Facts about Cliff Robertson
Cliff Robertson Biography
Clifford Parker Robertson III was born in California to wealthy parents, who divorced when he was one year old. He was raised by a grandmother and studied journalism briefly at Antioch College in Ohio before serving in the Merchant Marine during World War II.
After the war he studied at the Actors Studio in New York City and began getting work in the theater and on TV dramas. Soon enough he was a lean and handsome young star in movies like Picnic (1956, with William Holden) and The Naked and the Dead (1958, based on the war novel by Norman Mailer).
His big break came when he played Lt. John F. Kennedy in the World War II memoir PT-109. (The film came out in 1963, while Kennedy was president.)
In 1968 Robertson starred in Charly (based on the story Flowers for Algernon by Daniel Keyes), playing a mentally disabled man who is briefly and tragically made super-intelligent by an experimental operation. He won the Academy Award as best actor, but held on to the recalcitrant streak that blocked him from joining the first tier of Hollywood stars.
He was effective as a CIA boss in Three Days of the Condor (1973) and took a memorable turn as Hugh Hefner in the Dorothy Stratten biopic Star 80 (1983).
His 1980s were mostly about TV for Cliff Robertson: he had a recurring role on Falcon Crest and played Henry Ford in the 1987 TV movie Ford: The Man and the Machine. In 2002 he made a comeback of sorts, playing the gentle but doomed Uncle Ben in the movie Spider-Man. Robertson also dabbled in directing, most notably directing himself in the 1972 rodeo film J.W. Coop.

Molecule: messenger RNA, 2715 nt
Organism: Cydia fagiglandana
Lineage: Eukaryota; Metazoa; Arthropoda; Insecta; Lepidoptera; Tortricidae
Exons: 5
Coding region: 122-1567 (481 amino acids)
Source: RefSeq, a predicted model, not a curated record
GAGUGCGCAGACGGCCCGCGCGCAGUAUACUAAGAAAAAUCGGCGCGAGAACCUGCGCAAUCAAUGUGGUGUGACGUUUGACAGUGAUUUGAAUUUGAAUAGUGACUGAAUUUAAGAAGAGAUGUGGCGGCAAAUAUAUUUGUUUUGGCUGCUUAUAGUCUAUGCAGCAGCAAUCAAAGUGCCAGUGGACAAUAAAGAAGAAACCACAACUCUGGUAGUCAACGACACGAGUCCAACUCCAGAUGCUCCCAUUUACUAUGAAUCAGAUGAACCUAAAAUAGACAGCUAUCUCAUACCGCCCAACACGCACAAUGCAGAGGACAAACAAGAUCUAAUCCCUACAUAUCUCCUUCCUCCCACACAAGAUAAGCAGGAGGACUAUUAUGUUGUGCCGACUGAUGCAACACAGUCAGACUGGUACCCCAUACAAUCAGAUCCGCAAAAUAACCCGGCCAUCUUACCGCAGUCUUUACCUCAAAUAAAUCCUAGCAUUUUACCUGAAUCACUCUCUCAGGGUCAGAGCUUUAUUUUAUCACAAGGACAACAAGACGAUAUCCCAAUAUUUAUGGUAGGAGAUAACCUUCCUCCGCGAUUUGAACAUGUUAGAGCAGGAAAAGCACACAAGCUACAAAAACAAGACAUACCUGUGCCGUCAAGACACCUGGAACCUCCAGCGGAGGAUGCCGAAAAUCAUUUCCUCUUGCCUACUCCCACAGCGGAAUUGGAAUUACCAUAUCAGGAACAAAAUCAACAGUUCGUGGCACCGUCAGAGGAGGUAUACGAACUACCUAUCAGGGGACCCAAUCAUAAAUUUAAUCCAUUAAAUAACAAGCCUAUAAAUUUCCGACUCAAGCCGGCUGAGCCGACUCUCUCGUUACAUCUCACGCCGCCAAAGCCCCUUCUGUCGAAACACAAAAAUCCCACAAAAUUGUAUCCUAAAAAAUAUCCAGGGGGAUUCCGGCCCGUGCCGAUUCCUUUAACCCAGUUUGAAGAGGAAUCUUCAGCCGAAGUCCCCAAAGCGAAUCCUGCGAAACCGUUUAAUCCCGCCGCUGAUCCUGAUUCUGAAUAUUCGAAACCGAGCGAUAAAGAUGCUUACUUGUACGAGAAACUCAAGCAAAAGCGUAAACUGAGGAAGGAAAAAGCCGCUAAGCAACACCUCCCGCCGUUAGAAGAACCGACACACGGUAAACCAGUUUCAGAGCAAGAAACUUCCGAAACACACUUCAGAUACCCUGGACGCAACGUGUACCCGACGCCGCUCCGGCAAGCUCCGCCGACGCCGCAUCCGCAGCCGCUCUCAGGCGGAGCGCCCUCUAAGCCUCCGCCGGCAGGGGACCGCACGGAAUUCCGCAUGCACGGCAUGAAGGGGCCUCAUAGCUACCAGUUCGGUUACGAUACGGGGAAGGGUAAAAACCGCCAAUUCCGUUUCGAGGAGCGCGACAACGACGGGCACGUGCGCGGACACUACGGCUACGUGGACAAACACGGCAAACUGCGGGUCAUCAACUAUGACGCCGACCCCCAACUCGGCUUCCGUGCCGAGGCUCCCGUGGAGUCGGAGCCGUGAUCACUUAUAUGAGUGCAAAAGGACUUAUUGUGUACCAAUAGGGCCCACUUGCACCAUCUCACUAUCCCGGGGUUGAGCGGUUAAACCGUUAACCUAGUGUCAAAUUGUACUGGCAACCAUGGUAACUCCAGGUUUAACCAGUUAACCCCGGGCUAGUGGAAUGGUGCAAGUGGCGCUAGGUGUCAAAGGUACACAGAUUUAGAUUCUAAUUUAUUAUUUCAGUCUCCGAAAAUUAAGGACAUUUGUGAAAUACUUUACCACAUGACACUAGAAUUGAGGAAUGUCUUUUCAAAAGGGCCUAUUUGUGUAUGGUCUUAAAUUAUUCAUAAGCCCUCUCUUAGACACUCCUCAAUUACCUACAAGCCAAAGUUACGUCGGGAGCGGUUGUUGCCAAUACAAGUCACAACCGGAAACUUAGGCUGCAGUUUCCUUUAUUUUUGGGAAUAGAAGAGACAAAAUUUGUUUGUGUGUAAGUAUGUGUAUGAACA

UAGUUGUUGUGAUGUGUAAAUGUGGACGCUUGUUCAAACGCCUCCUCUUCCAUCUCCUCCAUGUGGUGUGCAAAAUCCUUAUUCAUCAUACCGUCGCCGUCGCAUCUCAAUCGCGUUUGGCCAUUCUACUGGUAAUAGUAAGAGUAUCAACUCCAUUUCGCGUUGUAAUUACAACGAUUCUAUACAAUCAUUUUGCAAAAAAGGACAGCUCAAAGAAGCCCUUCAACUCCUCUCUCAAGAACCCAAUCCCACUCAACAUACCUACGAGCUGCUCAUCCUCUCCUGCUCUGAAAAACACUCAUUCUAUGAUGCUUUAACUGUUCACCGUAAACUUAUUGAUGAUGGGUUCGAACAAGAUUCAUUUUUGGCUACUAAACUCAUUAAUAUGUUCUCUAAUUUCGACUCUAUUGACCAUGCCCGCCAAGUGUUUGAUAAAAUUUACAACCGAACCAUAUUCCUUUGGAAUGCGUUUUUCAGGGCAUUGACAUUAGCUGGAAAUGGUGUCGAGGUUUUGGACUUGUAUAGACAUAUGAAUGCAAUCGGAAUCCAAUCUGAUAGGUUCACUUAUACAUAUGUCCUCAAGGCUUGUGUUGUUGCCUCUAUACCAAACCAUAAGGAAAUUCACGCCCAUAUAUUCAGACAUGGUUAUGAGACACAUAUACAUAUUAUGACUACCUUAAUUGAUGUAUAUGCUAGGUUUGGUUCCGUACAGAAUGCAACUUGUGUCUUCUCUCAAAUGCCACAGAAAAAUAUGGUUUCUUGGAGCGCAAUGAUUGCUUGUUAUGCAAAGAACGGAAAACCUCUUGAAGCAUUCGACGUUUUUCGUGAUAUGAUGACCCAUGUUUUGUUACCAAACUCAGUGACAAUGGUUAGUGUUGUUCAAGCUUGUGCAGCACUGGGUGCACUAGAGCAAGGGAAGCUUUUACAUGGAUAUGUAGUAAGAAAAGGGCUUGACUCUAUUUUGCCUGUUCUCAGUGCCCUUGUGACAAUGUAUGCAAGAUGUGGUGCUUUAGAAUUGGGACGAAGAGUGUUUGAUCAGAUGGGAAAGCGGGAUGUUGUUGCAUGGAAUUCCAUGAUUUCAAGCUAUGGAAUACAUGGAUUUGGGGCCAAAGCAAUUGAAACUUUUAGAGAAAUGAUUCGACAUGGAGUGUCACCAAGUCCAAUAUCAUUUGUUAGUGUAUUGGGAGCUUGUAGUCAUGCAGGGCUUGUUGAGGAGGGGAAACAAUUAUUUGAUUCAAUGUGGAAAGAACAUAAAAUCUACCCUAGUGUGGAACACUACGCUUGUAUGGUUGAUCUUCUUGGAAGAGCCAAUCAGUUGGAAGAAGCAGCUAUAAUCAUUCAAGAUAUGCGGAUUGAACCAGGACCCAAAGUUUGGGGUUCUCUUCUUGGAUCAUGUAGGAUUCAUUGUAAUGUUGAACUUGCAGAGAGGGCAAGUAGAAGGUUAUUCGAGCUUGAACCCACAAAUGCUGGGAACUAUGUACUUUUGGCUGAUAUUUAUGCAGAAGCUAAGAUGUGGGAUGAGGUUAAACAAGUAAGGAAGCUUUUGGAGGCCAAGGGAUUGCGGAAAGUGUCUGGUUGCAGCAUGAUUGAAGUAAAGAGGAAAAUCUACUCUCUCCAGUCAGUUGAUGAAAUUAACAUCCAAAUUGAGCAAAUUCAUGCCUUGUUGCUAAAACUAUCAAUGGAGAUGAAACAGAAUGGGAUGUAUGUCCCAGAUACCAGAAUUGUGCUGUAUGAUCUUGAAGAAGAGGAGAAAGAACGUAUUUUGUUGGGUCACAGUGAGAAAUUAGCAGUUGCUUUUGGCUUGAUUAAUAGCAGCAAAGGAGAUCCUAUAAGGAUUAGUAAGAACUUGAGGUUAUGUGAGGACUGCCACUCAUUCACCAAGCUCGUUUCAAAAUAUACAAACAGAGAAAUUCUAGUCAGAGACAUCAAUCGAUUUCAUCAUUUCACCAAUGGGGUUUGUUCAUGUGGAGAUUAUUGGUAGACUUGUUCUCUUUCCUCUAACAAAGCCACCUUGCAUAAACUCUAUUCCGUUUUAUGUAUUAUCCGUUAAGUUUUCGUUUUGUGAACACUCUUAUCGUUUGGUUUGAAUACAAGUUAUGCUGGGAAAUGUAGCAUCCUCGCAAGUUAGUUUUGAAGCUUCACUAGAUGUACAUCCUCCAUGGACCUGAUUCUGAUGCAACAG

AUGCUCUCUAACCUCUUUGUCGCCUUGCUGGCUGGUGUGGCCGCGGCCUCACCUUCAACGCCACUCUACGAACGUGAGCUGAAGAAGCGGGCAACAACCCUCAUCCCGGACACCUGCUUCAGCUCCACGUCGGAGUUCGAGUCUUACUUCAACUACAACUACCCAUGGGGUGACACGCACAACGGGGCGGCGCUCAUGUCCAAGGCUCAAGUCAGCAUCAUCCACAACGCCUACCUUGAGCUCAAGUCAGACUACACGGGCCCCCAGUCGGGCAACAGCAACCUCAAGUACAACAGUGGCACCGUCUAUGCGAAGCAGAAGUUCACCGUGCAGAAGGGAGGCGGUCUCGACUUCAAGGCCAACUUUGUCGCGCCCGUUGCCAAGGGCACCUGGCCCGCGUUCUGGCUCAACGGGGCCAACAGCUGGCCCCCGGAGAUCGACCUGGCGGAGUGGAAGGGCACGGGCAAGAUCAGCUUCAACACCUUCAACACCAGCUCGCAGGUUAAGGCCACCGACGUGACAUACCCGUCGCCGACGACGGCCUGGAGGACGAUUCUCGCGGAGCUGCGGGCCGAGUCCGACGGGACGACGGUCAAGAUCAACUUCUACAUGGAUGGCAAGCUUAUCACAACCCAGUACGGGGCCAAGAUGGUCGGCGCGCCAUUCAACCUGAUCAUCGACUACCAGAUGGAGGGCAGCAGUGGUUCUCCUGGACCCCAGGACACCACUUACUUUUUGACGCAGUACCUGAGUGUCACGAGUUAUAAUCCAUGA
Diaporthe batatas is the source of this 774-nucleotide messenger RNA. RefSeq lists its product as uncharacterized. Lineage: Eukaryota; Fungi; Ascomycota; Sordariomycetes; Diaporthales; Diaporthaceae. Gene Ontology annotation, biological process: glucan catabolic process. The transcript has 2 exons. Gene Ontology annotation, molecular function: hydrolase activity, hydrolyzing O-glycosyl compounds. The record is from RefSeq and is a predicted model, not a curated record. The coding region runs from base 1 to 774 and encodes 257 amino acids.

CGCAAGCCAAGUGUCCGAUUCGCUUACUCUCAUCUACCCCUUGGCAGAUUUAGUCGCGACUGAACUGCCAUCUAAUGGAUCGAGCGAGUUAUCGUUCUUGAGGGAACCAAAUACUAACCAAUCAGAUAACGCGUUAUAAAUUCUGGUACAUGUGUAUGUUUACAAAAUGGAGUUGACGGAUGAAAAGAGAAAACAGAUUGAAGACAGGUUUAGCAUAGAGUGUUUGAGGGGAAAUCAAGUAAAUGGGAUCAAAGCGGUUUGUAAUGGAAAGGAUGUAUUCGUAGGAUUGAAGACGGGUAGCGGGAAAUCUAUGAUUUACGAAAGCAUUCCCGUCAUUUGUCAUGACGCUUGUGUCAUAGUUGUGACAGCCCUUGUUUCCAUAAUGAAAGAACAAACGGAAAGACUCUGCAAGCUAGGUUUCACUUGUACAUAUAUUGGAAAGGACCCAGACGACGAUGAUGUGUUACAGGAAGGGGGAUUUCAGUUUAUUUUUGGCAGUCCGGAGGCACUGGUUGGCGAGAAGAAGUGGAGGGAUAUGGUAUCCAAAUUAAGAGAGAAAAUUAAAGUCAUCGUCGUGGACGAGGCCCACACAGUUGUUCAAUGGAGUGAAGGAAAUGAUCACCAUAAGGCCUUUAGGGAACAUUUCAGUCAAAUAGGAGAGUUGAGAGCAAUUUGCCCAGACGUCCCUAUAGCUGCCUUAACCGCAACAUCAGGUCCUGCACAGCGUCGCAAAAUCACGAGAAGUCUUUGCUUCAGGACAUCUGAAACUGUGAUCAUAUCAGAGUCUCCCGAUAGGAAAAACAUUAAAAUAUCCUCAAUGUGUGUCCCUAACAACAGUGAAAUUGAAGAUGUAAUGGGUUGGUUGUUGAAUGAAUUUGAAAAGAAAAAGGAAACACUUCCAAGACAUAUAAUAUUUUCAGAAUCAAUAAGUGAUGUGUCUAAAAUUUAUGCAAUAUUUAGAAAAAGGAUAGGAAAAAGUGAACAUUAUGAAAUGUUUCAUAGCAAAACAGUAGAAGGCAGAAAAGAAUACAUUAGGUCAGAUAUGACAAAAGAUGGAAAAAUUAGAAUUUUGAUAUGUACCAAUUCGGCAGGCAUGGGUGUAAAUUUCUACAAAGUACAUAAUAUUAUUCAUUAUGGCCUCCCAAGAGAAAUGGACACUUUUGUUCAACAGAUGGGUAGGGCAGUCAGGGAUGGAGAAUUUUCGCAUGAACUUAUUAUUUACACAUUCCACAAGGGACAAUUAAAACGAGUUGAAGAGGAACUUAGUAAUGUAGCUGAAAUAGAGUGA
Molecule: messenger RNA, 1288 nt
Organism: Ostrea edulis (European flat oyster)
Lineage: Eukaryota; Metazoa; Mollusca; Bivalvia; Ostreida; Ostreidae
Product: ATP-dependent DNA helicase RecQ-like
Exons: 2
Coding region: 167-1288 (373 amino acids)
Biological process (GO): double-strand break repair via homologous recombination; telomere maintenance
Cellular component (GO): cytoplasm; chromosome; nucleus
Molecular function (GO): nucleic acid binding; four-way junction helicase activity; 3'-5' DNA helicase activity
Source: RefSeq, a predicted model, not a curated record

Cliff Robertson was a flying enthusiast and liked to restore planes from World Wars I and II… Robertson was married to Cynthia Stone from 1957 until their divorce in 1960; they had one daughter, Stephanie. Robertson then was married to Dina Merrill from 1966 until their divorce in 1989; they had one daughter, Heather. Cynthia Stone was the ex-wife of actor Jack Lemmon, and Merrill the wealthy daughter of financier E.F. Hutton and heiress Marjorie Meriweather Post… Cliff Robertson co-starred in Brainstorm, which was Natalie Wood‘s last film… 1969, the year in which Robertson was awarded the Oscar, was also the year that Barbra Streisand and Katharine Hepburn shared the Oscar for best actress… Robertson played the gunfighter-villain Shame on two episodes of the farcical 1960s TV series Batman… He also played The Big Kahuna, the beloved veteran surfer dude, in Gidget (1959).